President Donald Trump’s formal recognition of Israel’s right to the Golan Heights region nets a city named in his honor.


President Donald Trump and Israeli Prime Minister Benjamin Netanyahu shake hands during their joint press conference, Wednesday, Feb. 15, 2017, in the East Room of the White House in Washington, D.C. (Official White House Photo by Benjamin Applebaum)

“I promised that we would establish a community named after President Trump. I would like to inform you that we have already selected a site in the Golan Heights where this new community will be established, and we have started the process.” — Prime Minister Benjamin Netanyahu. May 12, 2019

What a Difference a Day Makes

It’s only been one year since the Trump administration finalized the controversial move of the U.S. Embassy from Tel Aviv to Jerusalem. But what a year it’s been.

Tel Aviv had long been the business and financial heart of Israel; it is also the center of Israel’s thriving start-up and tech communities. But Jerusalem has long been viewed as the capital of Israel by the people who live there.


Prime Minster Benjamin Netanyahu and his wife pose for a photo with Ivanka Trump and Jared Kushner at the U.S. Embassy Dedication Ceremony in Jerusalem, Israel. May 14, 2018. (photo: U.S. Embassy Jerusalem)

Yet, in spite of decades of being allied with the U.S., no administration had been willing to formally recognize the true Israeli capital. Until Trump.

Possibly Trump did it because he was political outsider who didn’t know what couldn’t be done. Perhaps it was because Trump is the type of President who seems to have very little patience with diplomacy for diplomacy’s sake.

The erstwhile foreign policy of the U.S. merely pretending for the sake of diplomacy that it wasn’t fully allied with Israel certainly wasn’t getting anywhere, anyway.

places a prayer

President Donald Trump places a prayer in-between the stone blocks of the Western Wall in Jerusalem, Monday, May 22, 2017. (Official White House Photo by Dan Hansen)

Trump has certainly been proving a true friend to Israel during his tenure in office and he isn’t afraid to show it.

While some of his predecessors may have been right to fear intense blowback from some predominantly Muslim nations in the region that resent Israel’s close relationship with the U.S., Trump faces a different world stage.

Increasingly, Muslim nations which were formerly opposed to the mere existence of Israel are less concerned with Israel and gravely verging on desperately concerned about the threat to their countries posed by Iran.

In this way, Trump’s staunch and open support of Israel is excellent news for nations like Egypt and Saudi Arabia who are frequent targets of the terrorist attacks Iran is known for sponsoring.

And staunch Trump’s support of Israel has been: In April of 2018, Trump made the radical move to declare Iran’s Revolutionary Guard a terrorist organization.

On May 8, 2018, Trump backed out of the 2015 U.S. nuclear treaty with Iran, reinstating sanctions against Iran and beginning the process of choking Iran’s crude oil export life line down to zero. If the waning of Iran’s influence in the year since is any indication, Trump’s strategy to weaken Iran is working.

These moves to check Iran’s nuclear aspirations and cut off the support it uses to fund terrorist organizations are precisely what the Israeli security and intelligence forces assure the world community is needed against Iran.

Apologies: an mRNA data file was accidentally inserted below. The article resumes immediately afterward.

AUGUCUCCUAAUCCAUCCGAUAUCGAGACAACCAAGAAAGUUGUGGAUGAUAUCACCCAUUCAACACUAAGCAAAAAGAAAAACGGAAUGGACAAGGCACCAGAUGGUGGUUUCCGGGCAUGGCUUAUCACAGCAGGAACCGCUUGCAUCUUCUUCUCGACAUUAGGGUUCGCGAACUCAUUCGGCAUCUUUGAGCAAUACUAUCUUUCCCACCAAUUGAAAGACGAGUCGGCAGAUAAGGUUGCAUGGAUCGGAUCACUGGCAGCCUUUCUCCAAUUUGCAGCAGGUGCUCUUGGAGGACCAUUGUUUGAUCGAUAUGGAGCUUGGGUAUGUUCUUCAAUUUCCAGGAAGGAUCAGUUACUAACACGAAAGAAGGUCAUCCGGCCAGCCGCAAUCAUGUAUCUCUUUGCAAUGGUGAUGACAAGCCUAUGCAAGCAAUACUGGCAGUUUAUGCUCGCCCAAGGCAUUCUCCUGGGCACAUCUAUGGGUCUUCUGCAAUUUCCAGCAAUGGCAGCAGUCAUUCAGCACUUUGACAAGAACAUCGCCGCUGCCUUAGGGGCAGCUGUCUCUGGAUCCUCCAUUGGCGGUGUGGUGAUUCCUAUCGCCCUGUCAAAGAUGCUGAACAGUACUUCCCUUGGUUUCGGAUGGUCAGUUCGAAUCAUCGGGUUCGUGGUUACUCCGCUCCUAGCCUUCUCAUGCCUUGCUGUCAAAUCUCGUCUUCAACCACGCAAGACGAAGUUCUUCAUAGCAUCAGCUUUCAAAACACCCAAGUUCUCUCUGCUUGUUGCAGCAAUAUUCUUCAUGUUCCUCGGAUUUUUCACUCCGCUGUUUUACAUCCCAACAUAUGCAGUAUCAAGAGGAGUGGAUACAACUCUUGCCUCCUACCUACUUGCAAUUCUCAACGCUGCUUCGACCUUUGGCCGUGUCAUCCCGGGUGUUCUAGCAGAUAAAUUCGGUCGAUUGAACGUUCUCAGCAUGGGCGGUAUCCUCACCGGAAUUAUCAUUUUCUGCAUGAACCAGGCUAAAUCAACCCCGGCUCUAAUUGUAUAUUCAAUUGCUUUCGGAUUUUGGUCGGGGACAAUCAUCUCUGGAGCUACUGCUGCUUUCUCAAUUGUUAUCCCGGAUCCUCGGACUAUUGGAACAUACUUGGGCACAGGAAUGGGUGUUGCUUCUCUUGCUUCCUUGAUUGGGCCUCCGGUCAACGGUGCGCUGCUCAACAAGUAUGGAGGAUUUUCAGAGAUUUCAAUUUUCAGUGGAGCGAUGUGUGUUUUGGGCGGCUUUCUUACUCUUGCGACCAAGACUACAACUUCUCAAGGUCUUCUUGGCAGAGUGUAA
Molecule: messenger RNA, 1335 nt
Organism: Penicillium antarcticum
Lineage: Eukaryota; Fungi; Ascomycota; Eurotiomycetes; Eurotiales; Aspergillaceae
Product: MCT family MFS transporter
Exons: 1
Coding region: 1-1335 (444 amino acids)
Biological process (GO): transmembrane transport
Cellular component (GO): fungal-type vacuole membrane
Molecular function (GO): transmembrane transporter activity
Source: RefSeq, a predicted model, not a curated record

President Donald Trump and Israeli Prime Minister Benjamin Netanyahu talk together prior to President Trump’s address, Tuesday, May 23, 2017, at the Israel Museum in Jerusalem. (Official White House Photo by Shealah Craighead)

Israel, and especially a venerate national security hawk like Israeli Prime Minister Benjamin Netanyahu, likes any U.S. concessions that help keep the government in Iran, which has vowed to destroy Israel at any cost, at bay.

In March of 2019, just before Netanyahu faced reelection, the Israeli Prime Minister received yet another reason to appreciate the leadership style of Donald Trump, at least as it pertains to Israel.

Trump’s announcement that the U.S. would formally recognize Israel’s sovereign right to the strategically vital Golan Heights region couldn’t have come at a better time for Netanyahu.

It also comes at a good time for Israel, and for other countries in the region suffering from Iran-sponsored terror attacks.

“We very much appreciate this historic decision by President Trump, just as we greatly appreciate his historic decision to recognize Israeli sovereignty of the Golan Heights.” — Prime Minister Benjamin Netanyahu


President Donald J. Trump, joined by Vice President Mike Pence and Israeli Prime Minister Benjamin Netanyahu, signs a proclamation formally recognizing Israel’s sovereignty over the Golan Heights Monday, March 25, 2019, in the Diplomatic Reception Room of the White House. (Official White House Photo by Shealah Craighead)

The Israeli government announced Sunday that a location has been chosen for the Golan Heights city to be named in Trump’s honor. Netanyahu, who just won reelection in a landslide, has yet to form his government cabinet which will give final approval for the project.

The planned community, a faith-diverse group of 120 families, will be located in the northern Golan region when plans for a previous settlement were approved decades ago.

According to the most recent demographics, there were over 50,000 people living in the Golan in 2017; 23,000 Jews and 27,000 non-Jews.

When the plans for the city are finalized, President Trump will join the ranks of other U.S. presidents honored in this manner. Trump Hotel in New York will someday likely be located on Barack Obama Way and President Donald Trump will have a city in Golan Heights named after him.

(contributing writer, Brooke Bell)